What’s truly astounding, you’ve allowed him to be his true competent self instead coddling him to be infantile way past the time that’s developmentally called for.

      Most Americans create service demanding children rather than accommodate their child’s real need to be as autonomous as possible.

      Bravo on your home and family-building skills.

      • “Most Americans create service demanding children rather than accommodate their child’s real need to be as autonomous as possible.”

        … and then when they turn 18, they kick them out of the house.

    • Agreed. He says his son is 2 and a half years old. He’s not old enough to be doing those things unsupervised. And WTF is he doing with a saw? A 2 year old simply does not have the coordination to be handling sharp/dangerous objects. That’s irresponsible in any culture. He could easily slip or fall climbing around like that unsupervised. I notice a lot of the comments on here are about that. “The danger dance”? That’s not cute. Kid must be older now. Wonder if he ever got hurt due to this parent’s negligence.

  7. The kid looks like he was doing alright. He seemed quite well-coordinated and capable of handling himself. Being overprotective sets kids up for more injuries than letting them become accustomed to their environment. I’m not saying you should let them climb up to the second floor on a log house (mine did once) or wander unattended near running water, but this is pretty normal stuff he’s doing. Both of my sons grew up doing lots of stuff like this and are fine.

    • Being female, I’m not up on my roofing joists and would have appreciated more narrative on the subject. This roof is unique and creates a wonderful loft space. I’ve never liked lofts; too claustrophobic, but this is a game-changer.

      As for the child, I lived all over Scandinavia and learned first hand that Europeans do a far better job of raising children than do Americans.

      Outstanding roof! If you add to this clip, please include a verbal and visual walk-through of the construction. Thanks!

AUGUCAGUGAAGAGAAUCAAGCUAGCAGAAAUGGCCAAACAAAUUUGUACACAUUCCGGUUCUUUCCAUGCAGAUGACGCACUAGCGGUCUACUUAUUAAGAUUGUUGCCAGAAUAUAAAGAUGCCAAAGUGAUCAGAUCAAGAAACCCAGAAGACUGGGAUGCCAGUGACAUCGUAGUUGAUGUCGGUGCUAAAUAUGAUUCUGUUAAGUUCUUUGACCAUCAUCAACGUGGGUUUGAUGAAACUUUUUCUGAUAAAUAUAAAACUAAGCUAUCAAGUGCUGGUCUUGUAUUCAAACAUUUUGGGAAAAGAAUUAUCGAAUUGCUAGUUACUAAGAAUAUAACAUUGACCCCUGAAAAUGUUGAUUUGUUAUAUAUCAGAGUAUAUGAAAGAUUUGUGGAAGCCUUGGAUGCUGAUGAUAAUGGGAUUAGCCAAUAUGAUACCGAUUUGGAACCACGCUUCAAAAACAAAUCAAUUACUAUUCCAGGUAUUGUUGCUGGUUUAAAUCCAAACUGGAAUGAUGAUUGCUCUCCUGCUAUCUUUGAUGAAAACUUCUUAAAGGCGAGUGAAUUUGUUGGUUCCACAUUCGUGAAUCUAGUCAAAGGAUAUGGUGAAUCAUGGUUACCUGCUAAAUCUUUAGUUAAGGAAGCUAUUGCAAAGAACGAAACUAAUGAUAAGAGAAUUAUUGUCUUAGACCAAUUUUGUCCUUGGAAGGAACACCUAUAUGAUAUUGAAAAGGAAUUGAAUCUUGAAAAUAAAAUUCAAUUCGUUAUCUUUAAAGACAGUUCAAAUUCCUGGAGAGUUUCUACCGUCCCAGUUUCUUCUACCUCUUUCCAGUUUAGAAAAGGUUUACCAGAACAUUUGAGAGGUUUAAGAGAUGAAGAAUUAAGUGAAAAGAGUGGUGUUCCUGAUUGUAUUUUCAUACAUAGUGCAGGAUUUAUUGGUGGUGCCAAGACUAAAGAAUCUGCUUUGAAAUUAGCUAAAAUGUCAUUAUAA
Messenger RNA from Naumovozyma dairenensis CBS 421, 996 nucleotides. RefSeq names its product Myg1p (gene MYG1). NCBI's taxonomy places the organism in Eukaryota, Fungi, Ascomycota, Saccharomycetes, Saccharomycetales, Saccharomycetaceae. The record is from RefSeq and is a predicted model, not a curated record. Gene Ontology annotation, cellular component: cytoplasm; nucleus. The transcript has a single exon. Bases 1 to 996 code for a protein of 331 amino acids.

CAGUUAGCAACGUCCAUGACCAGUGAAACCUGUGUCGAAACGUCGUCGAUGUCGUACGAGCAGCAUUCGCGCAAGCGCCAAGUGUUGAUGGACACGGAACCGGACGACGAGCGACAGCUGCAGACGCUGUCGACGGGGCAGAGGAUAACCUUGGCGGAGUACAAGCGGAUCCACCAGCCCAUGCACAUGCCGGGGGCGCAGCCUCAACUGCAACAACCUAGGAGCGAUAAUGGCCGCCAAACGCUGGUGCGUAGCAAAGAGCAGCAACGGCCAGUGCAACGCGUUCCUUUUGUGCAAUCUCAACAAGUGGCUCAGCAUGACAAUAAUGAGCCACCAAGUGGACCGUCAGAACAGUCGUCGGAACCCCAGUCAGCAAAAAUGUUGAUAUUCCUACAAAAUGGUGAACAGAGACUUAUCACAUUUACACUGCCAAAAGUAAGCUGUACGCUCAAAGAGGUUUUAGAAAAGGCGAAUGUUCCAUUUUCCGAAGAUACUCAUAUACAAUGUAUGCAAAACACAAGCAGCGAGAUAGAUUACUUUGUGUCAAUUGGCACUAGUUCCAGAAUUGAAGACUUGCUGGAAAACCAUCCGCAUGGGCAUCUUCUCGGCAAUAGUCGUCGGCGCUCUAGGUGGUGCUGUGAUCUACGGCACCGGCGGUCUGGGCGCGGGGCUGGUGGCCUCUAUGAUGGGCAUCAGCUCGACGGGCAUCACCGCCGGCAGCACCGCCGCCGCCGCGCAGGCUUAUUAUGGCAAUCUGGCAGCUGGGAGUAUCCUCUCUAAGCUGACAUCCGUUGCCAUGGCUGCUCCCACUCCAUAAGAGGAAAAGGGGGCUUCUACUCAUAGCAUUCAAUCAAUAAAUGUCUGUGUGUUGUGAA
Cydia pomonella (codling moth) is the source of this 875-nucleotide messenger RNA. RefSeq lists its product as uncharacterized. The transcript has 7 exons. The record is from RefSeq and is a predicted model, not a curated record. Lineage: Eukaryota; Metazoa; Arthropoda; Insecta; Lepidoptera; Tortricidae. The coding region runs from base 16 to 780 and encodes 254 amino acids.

8. This evening I watched a chilling episode of “Hoarders”, where a woman had so filled her 2,000 sq. ft. home, with buys that still had tags on them (or were still in their shopping bags) and garbage -literally, she would only get up from her chair in the living room to GO SHOPPING, but was ‘too disabled’ to properly throw away empty soda cans, food containers or her insulin sharps (I won’t tell you what ‘wasn’t thrown away’ in the bathrooms). I was aghast. Exterminators told her that, for the first time in their business’ history, they would NOT be able to treat her home (for the millions of cockroaches that were everywhere, even clustered by the hundreds behind PICTURE FRAMES on the walls!)…
    And then I watch this little video, with a happy little toddler (though I was ALARMED at how much free access this little guy has to so much potential danger, albeit in a tiny space) and how NEAT and BRIGHT and CLEAN everything looks, and I marvel at the juxtaposition of the two glimpses’ I witnessed today.
    Having ‘too much’ stuff and/or space IS unnatural. Our basic human needs are best served by having ‘just enough’ space and ‘stuff’, no more no less. One good well-loved book is worth a hundred read-and-toss magazines, one good easily-washable comforter is worth a closetful of designer linens.
    I loved this article, loved how well this tiny little house serves its creator’s needs and joys.
    I KNOW the mother/guardian of this little boy was close by, vidding, but I wish we had been able to ‘see’ more of a ‘safety’ angle going on here, too… the sight of the tot sitting on the counter just INCHES from an open flame (stove), of him bounding joyfully onto the mattresses of the loft only INCHES from the wide open (no railing) ladder way, well… my heart kept jumping in fear for him.
    Jan, I’m sure you are a very good mother, but I do hope if this little toddler will be living IN this little home, too, that more ‘child safety’ issues are also addressed, at least for the benefit of other young parents who might watch this vid and, being new at being parents, attempt a tiny house of their own without keeping THEIR baby/toddler’s safety first in mind… Hope I am not offending, just a mother sharing her concerns.
    Overall, though, great job! And beautiful little boy! 😉

  9. Fantastic building, the roof gives it a really soft feel, almost organic or comforting.
    I too wonder about the commode situation(seems the most popular question asked in comments).

    As for the freedom of the boy, I say BRAVO sir! I was raised without hovering parents where we were allowed to be curious and learn through experience. If we got a bump on the head we didn’t do it again. Obviously we weren’t allowed knives and such implements but how can a child learn to respect dangerous things if they are sheltered from them and never see their effects. I actually smiled and felt proud for you when I saw your son climb up that counter by himself.

    To those of you berating him for allowing his son to learn, go climb a tree and get your hands dirty, you have a lot to learn about living.